Soman is my absolute favorite Uyghur food. I have never been able to find it outside of China, and today I made it for the first time. It’s been nine years since I’ve eaten it!
Soman goes by a few names – sometimes just “soman”, sometimes “din din soman”, in Central Asia “дын-дын цомян”, and in Chinese 丁丁炒面(ding ding chao mian – literally “stir fried noodle cubes”). It’s essentially the same dish as lagman (recipe here), but the noodles are chopped up into little cubes before cooking. You get lots and lots of little noodle pieces that you can pick up and eat with a spoon – the closest analogue in Western cuisine is the German spaetzle. Despite being similar to lagman, it’s really a completely different eating experience!
As with lagman, the dish can be served in a stew, or stir fried with the toppings. This recipe is for the stew version, but the stir fried one is simple – just put less water in your sauce, then add the soman noodles after cooking and stir fry everything for a bit.
How to make the soman
The general process I follow is: 1) make the dough and rest it 2) do all the prep for the lagman 3) coil the dough into noodles 4) cook the lagman sauce and let simmer 5) chop up the noodles and cook them 6) serve.
The first few steps are exactly the same as in the laghman recipe. My only extra tip is to make sure your dough is not too dry, and that you don’t leave it out for too long. Soman is usually a bit thicker than lagman, and if it dries out, it’s possible for the center to not cook through.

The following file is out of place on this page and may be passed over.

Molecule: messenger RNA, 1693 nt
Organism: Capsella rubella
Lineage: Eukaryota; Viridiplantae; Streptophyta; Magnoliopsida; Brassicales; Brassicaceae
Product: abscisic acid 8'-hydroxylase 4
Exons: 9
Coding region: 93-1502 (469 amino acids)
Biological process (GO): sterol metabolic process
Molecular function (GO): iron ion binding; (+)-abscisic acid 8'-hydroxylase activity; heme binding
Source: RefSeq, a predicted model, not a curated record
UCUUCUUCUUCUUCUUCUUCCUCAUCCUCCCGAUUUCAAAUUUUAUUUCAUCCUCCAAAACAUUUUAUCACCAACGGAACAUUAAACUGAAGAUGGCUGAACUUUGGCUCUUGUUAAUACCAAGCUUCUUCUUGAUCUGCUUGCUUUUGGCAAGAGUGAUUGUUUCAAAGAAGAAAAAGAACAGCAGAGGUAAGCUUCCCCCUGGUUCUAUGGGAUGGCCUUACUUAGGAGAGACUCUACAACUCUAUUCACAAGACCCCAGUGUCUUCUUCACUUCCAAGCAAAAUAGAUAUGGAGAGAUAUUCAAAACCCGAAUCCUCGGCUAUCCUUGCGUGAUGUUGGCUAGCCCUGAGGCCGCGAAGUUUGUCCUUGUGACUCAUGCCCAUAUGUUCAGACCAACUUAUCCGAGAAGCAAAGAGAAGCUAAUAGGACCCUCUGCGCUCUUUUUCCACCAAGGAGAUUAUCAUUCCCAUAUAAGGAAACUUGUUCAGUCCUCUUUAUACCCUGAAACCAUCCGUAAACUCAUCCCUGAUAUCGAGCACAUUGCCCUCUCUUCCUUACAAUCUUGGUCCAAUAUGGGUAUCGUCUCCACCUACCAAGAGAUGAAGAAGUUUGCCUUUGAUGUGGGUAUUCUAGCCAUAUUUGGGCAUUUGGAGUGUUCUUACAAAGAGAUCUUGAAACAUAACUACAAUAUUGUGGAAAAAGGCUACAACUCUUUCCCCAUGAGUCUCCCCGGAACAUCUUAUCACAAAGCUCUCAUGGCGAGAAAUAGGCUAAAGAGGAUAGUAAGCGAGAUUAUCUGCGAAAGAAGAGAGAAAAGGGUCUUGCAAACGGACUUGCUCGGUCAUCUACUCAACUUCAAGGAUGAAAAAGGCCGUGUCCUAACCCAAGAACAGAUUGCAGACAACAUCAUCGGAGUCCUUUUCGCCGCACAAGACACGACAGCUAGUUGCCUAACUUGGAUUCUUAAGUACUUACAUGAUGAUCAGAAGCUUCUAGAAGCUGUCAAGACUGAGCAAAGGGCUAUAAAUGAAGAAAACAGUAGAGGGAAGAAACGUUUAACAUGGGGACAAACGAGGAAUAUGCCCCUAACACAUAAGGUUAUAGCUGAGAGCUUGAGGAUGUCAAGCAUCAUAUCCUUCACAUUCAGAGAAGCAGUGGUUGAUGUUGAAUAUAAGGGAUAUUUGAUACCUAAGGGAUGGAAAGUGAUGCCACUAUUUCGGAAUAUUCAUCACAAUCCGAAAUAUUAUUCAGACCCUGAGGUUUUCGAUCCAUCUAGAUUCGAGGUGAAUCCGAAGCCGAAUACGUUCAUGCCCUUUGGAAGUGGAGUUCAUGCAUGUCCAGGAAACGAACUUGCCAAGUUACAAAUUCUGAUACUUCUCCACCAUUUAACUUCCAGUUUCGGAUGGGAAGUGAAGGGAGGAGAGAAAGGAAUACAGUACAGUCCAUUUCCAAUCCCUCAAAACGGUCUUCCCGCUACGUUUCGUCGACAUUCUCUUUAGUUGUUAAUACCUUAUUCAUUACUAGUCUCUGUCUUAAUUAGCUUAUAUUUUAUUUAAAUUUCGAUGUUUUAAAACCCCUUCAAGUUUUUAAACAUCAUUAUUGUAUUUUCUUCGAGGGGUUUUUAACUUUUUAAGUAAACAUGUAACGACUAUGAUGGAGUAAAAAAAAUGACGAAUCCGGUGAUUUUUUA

1) After coiling the noodles, brush them well with oil and put them in the fridge for a bit. When you are ready to chop the noodles, start uncoiling the dough pieces and stretch each one out into a basic noodle shape. With soman, you don’t have to be as careful about making your noodles uniformly round & thin like lagman. Using a knife, start chopping the dough into little cubes. Pile the cubes up on an oiled plate.
Chopping the noodles can take much longer than it seems. Try not to pile too many noodle cubes onto one plate, and put the plates into the fridge when full. Otherwise, the noodle pieces can end up sticking and melting together if you leave them for too long.
2) Boil a pot of water and pour all your noodle pieces in! You may find that the noodle pieces have ended up sticking together and to the plate in one big mass of dough. Don’t fret – if you oiled them enough in the coiling stage, they should come apart in the boiling water. Use chopsticks to poke around in the noodles and make sure they separate and don’t stick to the bottom.
3) After the water returns to a rolling boil for a few minutes, try the noodles. They should be al dente. Quickly remove all the noodles, place in a sieve, and briefly rinse in cold water and toss.
How to make the stew
The stew is the same as in the lagman recipe, but make sure you chop every ingredient (meat, vegetables) into a cube shape. The whole idea behind this dish is that everything is chopped up so you can eat it with a spoon.
When the stew is done, plate the soman noodles and generously ladle the stew over it, making sure each plate has a good amount of sauce. Mix everything together in the plate a bit. Enjoy!